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Privacy and Banking: Do Indian Banking Standards Provide Enough Privacy Protection?

Posted by Elonnai Hickok at Nov 22, 2010 01:40 PM |
Banking is one of the most risky sectors as far as privacy is concerned due to the highly sensitive and personal nature of information which is often exchanged, recorded and retained. Although India has RBI guidelines and legislations to protect data, this blog post looks at the extent of those protections, and what are the areas that still need to be addressed.

1. Introduction

Banking is one of the most at risk sectors for privacy violations due to the sensitive, and highly personal nature of information that is exchanged, recorded, and retained. Individuals must trust banks with personal identifying information, their financial records, the access information to their accounts,  and their credit history. Thus, privacy violations are not taken lightly and heavily impact the individual whose privacy was violated. Ways in which a violation of privacy can take place in the banking sector include: sharing personal information with third parties without consent  for marketing purposes, stolen or lost banking number or card, sharing personal information or allowing access to third parties without informed consent, inadequate notification  to an individual concerning what will be done with their data, collecting more personal data than is necessary, refusal to provide financial records upon request by client, incorrectly recording personal information, and loss of  a clients personal data due to improper security measures. 

2. Examples of privacy violations in the banking sector: 

There have been many instances in which one of the above violations has occurred. The examples below demonstrate that  a privacy violation of any nature is never as simple as “the disclosure of personal data” or “unauthorized access”. Each violation has a unique context that raises important questions that must be answered when forming a privacy legislation, while at the same time demonstrating the need for a certain level of privacy protection to be applied across the board in the financial sector.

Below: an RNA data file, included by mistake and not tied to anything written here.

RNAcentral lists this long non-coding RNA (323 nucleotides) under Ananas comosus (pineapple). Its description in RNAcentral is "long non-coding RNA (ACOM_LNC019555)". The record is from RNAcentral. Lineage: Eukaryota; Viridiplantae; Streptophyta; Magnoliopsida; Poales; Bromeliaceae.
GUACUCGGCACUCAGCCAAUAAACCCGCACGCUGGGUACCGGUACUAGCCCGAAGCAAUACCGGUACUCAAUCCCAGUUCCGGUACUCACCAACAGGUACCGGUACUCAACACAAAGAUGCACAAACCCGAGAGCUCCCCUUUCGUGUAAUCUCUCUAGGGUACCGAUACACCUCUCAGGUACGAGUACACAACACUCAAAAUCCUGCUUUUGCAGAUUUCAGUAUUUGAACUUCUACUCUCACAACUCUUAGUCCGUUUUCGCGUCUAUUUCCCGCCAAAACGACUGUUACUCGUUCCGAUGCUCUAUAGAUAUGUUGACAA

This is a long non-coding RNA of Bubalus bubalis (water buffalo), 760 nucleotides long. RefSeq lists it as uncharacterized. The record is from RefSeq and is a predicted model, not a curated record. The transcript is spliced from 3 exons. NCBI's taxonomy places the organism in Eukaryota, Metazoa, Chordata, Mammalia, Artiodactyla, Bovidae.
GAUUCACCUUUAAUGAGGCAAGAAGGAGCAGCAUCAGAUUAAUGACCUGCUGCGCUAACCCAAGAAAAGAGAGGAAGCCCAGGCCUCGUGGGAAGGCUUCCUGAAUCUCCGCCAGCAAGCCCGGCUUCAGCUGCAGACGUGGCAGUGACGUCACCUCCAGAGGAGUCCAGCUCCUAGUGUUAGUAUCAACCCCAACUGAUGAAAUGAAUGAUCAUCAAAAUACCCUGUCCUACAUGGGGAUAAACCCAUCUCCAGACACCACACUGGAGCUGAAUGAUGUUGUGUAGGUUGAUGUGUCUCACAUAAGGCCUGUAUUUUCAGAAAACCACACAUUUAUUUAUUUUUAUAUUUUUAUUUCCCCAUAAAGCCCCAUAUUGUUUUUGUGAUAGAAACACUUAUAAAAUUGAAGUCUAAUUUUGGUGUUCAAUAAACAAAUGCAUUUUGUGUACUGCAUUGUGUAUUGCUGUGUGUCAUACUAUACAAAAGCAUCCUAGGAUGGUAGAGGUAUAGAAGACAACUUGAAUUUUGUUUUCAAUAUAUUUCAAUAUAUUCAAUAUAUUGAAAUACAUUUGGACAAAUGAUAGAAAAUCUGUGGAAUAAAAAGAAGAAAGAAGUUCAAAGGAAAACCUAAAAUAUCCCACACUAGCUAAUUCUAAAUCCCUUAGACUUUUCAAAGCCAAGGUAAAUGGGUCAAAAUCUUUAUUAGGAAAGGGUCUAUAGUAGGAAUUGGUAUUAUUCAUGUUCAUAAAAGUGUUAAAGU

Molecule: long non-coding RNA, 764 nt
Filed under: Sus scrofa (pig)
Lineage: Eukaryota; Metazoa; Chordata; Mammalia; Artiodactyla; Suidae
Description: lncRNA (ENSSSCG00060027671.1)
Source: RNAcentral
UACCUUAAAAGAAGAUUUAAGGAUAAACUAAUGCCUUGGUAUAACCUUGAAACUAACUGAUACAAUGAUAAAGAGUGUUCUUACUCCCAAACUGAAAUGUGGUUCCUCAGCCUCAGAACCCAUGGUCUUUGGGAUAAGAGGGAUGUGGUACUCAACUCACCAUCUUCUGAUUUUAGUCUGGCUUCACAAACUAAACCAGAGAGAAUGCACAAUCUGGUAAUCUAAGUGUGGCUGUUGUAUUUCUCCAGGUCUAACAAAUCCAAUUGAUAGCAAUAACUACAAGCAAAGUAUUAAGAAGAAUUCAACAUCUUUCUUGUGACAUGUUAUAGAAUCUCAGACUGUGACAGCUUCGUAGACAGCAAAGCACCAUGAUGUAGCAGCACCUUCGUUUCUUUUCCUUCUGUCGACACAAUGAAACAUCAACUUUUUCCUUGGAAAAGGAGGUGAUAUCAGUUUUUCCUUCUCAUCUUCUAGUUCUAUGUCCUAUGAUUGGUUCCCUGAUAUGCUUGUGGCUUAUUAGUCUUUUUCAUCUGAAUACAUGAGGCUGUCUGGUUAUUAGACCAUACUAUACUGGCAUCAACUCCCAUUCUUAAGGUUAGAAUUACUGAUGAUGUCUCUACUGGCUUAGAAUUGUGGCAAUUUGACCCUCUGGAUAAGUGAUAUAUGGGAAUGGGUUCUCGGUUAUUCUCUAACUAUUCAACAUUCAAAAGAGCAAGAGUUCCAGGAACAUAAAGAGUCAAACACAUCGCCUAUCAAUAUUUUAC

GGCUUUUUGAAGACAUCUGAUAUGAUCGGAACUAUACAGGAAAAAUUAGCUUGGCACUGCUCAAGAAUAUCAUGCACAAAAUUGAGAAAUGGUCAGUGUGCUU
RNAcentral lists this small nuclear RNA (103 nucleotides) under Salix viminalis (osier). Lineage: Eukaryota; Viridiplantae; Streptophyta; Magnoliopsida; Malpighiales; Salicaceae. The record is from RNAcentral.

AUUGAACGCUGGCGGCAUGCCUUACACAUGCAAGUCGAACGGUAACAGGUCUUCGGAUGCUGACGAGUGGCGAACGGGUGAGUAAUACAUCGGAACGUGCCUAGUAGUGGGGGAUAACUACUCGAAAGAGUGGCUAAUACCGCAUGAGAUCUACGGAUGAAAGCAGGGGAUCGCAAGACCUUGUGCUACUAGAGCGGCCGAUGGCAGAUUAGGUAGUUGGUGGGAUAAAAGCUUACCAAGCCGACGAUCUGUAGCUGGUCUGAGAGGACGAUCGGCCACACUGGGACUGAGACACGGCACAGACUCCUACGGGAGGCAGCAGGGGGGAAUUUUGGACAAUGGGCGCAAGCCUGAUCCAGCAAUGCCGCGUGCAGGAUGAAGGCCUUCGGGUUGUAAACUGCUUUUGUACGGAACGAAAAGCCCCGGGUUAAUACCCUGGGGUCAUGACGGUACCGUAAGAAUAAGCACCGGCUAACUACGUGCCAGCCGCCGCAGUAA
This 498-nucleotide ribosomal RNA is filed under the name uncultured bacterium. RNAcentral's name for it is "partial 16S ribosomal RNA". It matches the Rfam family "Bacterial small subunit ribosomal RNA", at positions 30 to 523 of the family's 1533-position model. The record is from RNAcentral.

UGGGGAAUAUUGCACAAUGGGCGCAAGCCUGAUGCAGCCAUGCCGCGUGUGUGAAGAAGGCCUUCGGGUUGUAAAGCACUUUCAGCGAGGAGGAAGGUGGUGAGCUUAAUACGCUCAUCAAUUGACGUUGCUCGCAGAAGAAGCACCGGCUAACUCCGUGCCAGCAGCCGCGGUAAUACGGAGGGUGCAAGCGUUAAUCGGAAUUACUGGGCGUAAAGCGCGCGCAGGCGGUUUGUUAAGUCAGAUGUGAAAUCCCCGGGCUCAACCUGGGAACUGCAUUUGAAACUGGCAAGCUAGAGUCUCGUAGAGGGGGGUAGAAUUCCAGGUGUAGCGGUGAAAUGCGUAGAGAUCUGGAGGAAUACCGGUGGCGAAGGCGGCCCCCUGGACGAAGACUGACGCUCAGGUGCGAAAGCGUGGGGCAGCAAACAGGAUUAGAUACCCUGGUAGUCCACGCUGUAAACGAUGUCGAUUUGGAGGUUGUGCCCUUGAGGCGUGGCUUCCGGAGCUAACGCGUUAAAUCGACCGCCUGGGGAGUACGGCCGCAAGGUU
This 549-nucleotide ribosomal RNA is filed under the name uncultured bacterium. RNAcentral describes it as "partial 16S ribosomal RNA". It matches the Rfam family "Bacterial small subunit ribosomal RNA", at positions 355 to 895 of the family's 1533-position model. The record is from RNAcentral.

2.1 Bank of America: 

An example of very common privacy violation by Bank of America was reported by the Utility Consumers' Action Network. In the case Bank of America was charged for selling the personal information (social security numbers, bank account numbers etc) of 35 million customers to marketers and third parties without informing individuals. Bank of America is now settling for $14 million, and agreeing to change its privacy polices, its Web site, and its privacy procedures. Perhaps the most alarming element to this story is that Bank of America violated its own privacy policy [1].

 This example  raises the question of who should be regulating the banking sector?  If the banking sector should be subject to audits more frequently or more stringently? Under what circumstances should data transfer be permitted ie can financial institutions disclose encrypted account numbers to non-affiliated third parties as long as the access code is not provided? The example also demonstrates:

  • The need for  a customers  personal data to be  distinguished between public and non-public information.

  • The need for  opt out options for customers, so they can choose if  personal information is shared with non-affiliated third parties.

  • The need for restrictions on  re-disclosure and re-use of transferred or disclosed data 

2.2 Punjab National Bank